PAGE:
MOORHEAD, Minn. — Elk River's Dan Hinote scored a goal 3 minutes and 32 seconds into the third period of the 1995 Minnesota Class 2A, Section 8 high school hockey championship game, giving the Elks a 4-2 lead over Moorhead. The game was being played before a crowd of more than 6,000 at the National Hockey Center at St. Cloud State, less than 40 miles from Elk River, and the arena was bedlam.
While the Elks celebrated and the Spuds tried to regroup, their season creeping toward an inglorious end short of the coveted state tournament, one player stood at center ice all alone. He'd skated there immediately after Hinote's goal to wait for the faceoff. Let's get this going, his actions said. Drop the puck. This game isn't anywhere near over.
"That's Cully," former teammate Ryan Frisch laughed during a phone conversation Wednesday, June 10. "Laser-focused, like always. A leader."
Cully, also known as Matt Cullen, was right. It took 23 seconds for the Spuds to answer with a goal of their own, with Cullen setting up Frisch for a score that made it 4-3 and opened a Moorhead deluge. The Spuds scored five unanswered goals and won 7-4 to advance to their fourth straight state tournament, where they lost in the title game (again) to Duluth East.
"Matt and I played 12 years together on the same line and we pretty much knew what the other guy was going to do, what we were thinking," Frisch said. "What I remember about that moment is how we regrouped after that Elk River goal. It wasn't a panic situation. We knew we had to pick it up, dig a little deeper, work a little harder. It wasn't like, 'Oh, no.' It kind of pissed us off, really. It was our senior year and if we lost that game our season and high school careers were done."
Frisch shared some thoughts Wednesday afternoon after the news broke, via online video posted by the Pittsburgh Penguins, that Cullen was retiring after 21 seasons and more than 1,600 games in the NHL. The 1995 Moorhead High School graduate, former St. Cloud State skater and veteran of eight NHL teams was wrapping up a remarkable playing career. He's a spry 42 years old, in better shape than most 22 year olds.
Of all the area athletes who've gone onto professional careers in the last 20 years, from Rick Helling to Carson Wentz, Cullen might be the most remarkable. When he started, Wayne Gretzky was still in the NHL. When he ended, there were players in the league who weren't yet born when Cullen debuted with the Anaheim Mighty Ducks in 1997.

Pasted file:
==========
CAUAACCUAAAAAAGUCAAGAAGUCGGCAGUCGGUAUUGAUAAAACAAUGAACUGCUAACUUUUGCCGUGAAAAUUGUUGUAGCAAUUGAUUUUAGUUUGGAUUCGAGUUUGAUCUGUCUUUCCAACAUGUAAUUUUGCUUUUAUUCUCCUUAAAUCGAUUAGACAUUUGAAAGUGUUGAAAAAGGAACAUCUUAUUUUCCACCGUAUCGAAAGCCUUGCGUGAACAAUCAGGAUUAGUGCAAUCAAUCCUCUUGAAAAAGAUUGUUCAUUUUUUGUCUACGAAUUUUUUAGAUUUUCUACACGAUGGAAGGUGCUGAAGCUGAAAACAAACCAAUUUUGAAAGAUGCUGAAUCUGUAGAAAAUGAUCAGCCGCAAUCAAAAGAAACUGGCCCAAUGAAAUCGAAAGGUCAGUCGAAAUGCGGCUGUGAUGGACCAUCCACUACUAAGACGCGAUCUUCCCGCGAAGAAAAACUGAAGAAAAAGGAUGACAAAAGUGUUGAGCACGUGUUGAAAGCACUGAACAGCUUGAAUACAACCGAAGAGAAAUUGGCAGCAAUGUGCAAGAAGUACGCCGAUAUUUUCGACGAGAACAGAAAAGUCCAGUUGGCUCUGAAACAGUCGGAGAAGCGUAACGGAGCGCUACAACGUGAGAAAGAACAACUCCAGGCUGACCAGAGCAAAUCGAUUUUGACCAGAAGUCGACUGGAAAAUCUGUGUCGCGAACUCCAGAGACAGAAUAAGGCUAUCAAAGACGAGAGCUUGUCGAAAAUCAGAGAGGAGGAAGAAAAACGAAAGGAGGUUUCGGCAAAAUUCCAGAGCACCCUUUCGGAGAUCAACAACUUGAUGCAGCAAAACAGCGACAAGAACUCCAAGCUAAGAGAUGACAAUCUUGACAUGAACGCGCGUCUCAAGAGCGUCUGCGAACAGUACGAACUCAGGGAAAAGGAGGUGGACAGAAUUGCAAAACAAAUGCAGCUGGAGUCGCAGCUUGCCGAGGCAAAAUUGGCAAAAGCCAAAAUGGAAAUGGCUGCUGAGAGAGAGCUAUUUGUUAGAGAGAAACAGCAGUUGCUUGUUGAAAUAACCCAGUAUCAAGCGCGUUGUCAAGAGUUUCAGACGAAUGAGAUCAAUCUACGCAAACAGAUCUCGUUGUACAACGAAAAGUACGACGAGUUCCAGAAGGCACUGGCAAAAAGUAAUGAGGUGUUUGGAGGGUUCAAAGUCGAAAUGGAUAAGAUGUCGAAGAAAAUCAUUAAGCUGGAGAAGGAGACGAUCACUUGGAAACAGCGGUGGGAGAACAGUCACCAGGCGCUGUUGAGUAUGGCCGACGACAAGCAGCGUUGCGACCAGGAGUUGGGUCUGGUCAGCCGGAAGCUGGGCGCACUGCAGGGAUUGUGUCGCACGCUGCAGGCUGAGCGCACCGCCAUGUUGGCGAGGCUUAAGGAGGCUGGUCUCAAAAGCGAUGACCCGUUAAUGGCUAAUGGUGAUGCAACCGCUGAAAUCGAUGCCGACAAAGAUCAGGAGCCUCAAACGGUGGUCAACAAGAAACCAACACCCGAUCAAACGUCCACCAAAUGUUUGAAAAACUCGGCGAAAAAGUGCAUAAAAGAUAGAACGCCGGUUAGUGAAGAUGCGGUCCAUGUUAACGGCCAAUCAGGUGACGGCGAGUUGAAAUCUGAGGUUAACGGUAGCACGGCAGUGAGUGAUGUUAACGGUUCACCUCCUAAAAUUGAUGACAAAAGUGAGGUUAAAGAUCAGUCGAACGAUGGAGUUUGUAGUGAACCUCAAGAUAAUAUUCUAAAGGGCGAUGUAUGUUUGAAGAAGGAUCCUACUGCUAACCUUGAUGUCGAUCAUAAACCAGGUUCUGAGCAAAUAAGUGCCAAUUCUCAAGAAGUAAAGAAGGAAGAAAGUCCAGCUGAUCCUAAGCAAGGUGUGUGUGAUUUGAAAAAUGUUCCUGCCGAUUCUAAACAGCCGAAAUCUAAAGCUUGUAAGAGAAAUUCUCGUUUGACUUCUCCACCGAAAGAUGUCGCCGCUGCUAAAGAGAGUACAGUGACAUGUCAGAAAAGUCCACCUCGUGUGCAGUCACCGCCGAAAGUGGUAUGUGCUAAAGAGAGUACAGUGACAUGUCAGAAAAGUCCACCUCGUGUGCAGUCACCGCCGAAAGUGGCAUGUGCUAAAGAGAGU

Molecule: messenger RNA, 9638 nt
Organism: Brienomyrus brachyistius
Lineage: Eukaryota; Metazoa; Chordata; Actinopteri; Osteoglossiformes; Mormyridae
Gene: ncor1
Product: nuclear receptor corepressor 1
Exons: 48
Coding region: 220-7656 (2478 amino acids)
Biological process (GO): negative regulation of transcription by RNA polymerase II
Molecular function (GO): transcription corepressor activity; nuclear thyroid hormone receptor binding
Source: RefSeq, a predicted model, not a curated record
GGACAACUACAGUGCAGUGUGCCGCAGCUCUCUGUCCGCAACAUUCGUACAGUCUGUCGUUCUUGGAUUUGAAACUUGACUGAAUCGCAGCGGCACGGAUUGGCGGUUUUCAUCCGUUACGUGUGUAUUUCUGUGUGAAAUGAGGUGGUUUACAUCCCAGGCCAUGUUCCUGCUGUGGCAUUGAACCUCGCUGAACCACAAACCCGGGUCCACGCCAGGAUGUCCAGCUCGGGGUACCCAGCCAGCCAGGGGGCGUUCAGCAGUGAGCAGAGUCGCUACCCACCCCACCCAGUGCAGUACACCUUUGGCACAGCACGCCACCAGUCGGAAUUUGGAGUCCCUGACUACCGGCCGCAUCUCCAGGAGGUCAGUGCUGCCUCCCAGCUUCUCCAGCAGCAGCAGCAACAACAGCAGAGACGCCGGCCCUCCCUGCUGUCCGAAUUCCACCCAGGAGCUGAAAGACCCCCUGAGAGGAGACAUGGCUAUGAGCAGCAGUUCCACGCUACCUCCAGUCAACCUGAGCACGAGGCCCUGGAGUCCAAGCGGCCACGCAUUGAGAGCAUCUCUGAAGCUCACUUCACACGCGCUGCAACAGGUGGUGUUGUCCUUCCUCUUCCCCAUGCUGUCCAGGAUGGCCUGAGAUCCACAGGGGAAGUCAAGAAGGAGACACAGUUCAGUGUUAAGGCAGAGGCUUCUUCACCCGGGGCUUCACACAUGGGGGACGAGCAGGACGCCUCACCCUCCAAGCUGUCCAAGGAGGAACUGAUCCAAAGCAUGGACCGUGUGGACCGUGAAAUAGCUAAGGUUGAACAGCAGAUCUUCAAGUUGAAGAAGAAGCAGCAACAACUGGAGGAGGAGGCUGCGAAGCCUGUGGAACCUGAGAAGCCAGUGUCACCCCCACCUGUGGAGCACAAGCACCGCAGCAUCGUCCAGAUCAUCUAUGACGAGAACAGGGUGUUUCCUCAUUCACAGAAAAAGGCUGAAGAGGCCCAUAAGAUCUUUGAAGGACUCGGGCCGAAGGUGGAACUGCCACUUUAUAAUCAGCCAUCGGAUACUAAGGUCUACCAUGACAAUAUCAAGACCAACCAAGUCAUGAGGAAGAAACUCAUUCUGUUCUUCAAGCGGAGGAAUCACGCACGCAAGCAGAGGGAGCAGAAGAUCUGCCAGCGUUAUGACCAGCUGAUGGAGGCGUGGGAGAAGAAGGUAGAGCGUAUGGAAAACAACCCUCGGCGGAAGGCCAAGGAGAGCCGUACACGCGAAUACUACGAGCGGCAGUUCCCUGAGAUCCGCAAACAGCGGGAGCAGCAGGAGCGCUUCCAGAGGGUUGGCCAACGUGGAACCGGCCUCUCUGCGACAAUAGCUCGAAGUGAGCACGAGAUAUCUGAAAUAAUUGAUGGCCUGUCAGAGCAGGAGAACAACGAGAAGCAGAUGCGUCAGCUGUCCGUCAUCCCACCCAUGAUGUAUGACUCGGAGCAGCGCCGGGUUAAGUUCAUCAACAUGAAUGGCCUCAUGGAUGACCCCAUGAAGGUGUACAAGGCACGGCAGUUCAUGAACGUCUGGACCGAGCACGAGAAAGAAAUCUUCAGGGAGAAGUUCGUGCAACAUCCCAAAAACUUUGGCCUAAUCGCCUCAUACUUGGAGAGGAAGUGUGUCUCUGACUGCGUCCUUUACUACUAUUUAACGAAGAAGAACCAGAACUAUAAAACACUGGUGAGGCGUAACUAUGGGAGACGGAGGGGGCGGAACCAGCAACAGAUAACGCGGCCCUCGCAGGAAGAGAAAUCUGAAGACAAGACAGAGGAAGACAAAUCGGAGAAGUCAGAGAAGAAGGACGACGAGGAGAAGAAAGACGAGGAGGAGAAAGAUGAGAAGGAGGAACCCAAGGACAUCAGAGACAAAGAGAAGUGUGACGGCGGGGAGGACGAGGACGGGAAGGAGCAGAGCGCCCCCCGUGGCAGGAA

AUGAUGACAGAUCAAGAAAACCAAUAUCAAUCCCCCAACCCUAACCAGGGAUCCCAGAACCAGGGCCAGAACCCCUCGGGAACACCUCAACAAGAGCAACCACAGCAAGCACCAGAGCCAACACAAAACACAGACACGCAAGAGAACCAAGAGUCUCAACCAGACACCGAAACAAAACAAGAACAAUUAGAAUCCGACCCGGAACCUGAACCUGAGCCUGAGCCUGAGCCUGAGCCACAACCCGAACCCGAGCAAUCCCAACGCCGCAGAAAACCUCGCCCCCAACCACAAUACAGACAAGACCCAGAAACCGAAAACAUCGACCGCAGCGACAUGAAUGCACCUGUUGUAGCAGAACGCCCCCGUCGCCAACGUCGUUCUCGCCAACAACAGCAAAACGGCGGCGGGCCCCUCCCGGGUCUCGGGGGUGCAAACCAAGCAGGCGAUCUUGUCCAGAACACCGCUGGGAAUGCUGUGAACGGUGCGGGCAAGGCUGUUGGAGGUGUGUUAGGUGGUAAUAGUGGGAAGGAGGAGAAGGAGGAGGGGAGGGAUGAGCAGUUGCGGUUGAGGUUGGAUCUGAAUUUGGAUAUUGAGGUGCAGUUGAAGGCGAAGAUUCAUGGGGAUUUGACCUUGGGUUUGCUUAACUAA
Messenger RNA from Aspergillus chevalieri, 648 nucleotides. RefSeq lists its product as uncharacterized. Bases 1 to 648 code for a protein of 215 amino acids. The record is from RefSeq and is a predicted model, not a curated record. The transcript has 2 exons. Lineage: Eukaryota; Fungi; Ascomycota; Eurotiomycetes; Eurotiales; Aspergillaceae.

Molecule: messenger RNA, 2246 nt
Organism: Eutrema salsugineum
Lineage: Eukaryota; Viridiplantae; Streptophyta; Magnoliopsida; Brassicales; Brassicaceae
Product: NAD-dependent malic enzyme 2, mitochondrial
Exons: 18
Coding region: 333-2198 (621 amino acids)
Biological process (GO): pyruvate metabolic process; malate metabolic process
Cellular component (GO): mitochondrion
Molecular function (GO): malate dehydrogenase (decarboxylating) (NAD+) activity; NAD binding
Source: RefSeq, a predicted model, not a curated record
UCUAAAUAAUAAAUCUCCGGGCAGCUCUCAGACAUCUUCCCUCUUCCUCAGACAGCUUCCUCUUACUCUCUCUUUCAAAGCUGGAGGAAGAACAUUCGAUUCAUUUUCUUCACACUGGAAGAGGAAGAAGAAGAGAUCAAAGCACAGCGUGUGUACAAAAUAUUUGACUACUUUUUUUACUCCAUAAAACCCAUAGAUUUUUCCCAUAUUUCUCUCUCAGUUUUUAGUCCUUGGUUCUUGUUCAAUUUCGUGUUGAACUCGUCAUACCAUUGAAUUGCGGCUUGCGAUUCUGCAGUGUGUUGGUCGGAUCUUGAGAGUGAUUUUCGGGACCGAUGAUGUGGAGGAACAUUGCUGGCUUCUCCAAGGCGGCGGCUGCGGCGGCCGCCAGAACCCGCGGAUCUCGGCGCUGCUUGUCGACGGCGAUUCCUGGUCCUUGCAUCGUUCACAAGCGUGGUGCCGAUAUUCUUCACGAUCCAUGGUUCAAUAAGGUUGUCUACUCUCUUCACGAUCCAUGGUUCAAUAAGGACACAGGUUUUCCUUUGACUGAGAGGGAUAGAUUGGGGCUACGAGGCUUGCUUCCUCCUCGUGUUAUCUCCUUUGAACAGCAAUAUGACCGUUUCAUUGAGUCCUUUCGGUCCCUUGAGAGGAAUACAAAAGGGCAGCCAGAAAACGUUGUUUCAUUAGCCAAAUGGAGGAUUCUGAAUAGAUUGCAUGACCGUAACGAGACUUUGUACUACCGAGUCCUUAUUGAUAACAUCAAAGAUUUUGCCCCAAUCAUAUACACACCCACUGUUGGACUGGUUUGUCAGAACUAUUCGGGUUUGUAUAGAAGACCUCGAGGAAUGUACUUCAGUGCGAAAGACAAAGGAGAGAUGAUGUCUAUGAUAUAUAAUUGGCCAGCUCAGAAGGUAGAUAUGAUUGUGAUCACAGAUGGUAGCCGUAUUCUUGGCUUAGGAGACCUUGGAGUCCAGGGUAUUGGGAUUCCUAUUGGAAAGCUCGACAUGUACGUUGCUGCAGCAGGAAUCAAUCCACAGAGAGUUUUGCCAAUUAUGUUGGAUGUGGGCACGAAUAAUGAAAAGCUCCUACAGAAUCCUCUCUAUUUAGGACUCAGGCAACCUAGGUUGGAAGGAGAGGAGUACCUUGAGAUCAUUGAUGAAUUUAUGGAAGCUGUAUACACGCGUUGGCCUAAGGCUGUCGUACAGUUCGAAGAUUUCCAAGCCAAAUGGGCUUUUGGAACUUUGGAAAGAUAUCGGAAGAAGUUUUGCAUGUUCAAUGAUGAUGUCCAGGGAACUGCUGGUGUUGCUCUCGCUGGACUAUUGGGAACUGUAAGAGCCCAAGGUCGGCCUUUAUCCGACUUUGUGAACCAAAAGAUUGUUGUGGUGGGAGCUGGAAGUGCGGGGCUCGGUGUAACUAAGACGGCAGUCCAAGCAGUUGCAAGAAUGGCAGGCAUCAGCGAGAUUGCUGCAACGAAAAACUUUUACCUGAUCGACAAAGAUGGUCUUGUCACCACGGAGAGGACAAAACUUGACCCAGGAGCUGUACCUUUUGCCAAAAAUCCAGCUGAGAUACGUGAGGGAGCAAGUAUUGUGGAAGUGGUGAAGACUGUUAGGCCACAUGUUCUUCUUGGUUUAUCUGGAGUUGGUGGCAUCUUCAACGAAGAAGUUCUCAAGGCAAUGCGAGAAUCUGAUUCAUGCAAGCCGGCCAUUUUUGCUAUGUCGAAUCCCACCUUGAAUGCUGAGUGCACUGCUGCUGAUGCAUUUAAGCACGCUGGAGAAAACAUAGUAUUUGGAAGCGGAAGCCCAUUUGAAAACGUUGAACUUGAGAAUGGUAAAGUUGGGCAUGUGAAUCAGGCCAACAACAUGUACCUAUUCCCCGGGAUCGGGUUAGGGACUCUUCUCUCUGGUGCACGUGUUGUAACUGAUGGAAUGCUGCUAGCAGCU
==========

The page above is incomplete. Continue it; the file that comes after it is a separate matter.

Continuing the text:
Is that where the Cully focus comes into play?
"It takes a lot of things to play that long. Focus and work ethic are a couple of things. The physical condition he's in is unbelievable. You have to be a great teammate with great character, teams want to have you around. And the skill, of course," said Frisch, who also played with Cullen at SCSU. "But I have to say, I've been around a lot of professional hockey players and Matt, without a doubt, has the smartest hockey mind I've ever seen. He's unbelievable. He understands the game mentally better than anybody else. He was always a step ahead, always out-thinking everybody else. And I think that has to be another reason why he was able to play so long. He just understood the game so well and was so smart."
Frisch tossed out this insight, too:
"Matt was in the league so long that the game has changed two or three times since he was a rookie. He kept adapting, so he's changed his game two or three different times," Frisch said. "When he started in the NHL he was like 215 pounds and was seen as kind of a slow skater, not highly skilled. The style was clutch-and-grab. Now it's a speed game and he's down to 200 pounds and he's known as a skater, a speed guy. He's changed his game as he's needed to. It's amazing."
Some things about Cullen have not changed. He was thoughtful, humble and approachable as a Spud, Huskie and young pro. He remains so as a middle-aged husband and father of three who's made millions playing in the NHL. The Cullens live in south Moorhead, his kids play youth hockey and Matt remains Matt. He remains a Spud.
Here's a hint as to Cullen's hometown accessibility: Many local media members had his cellphone number and directly texted him, which he would almost always answer in a timely fashion. It doesn't usually work that way with athletes once they reach the big leagues.
Yet, that's the way it's always been with Cullen.
Dave Kolpack covered the Spuds for The Forum during Cullen's high school and college career. After Cullen was drafted by the Mighty Ducks in 1996 and readied to make his NHL debut in 1997, the newspaper flew Kolpack to Anaheim to cover the big event.
"When I got there I called him and asked, 'Where should I meet you for an interview?' He says, 'No, that's OK. I'll just come to your hotel.' I tell him, 'You don't have to come to my hotel. I'll meet you wherever you want. It's not up to you to come to my hotel.' But he insisted on coming to the hotel, through all the southern California traffic and that mess," Kolpack said. "When I see him, he gives me a framed picture of himself in action. It says something like, 'Thanks for all your help on my way up.' And he signed his name. He's the real deal. There is nothing phony about the guy. I still have the picture, hanging in my office at home."
Cullen's style might have changed over all the years. The personality never did.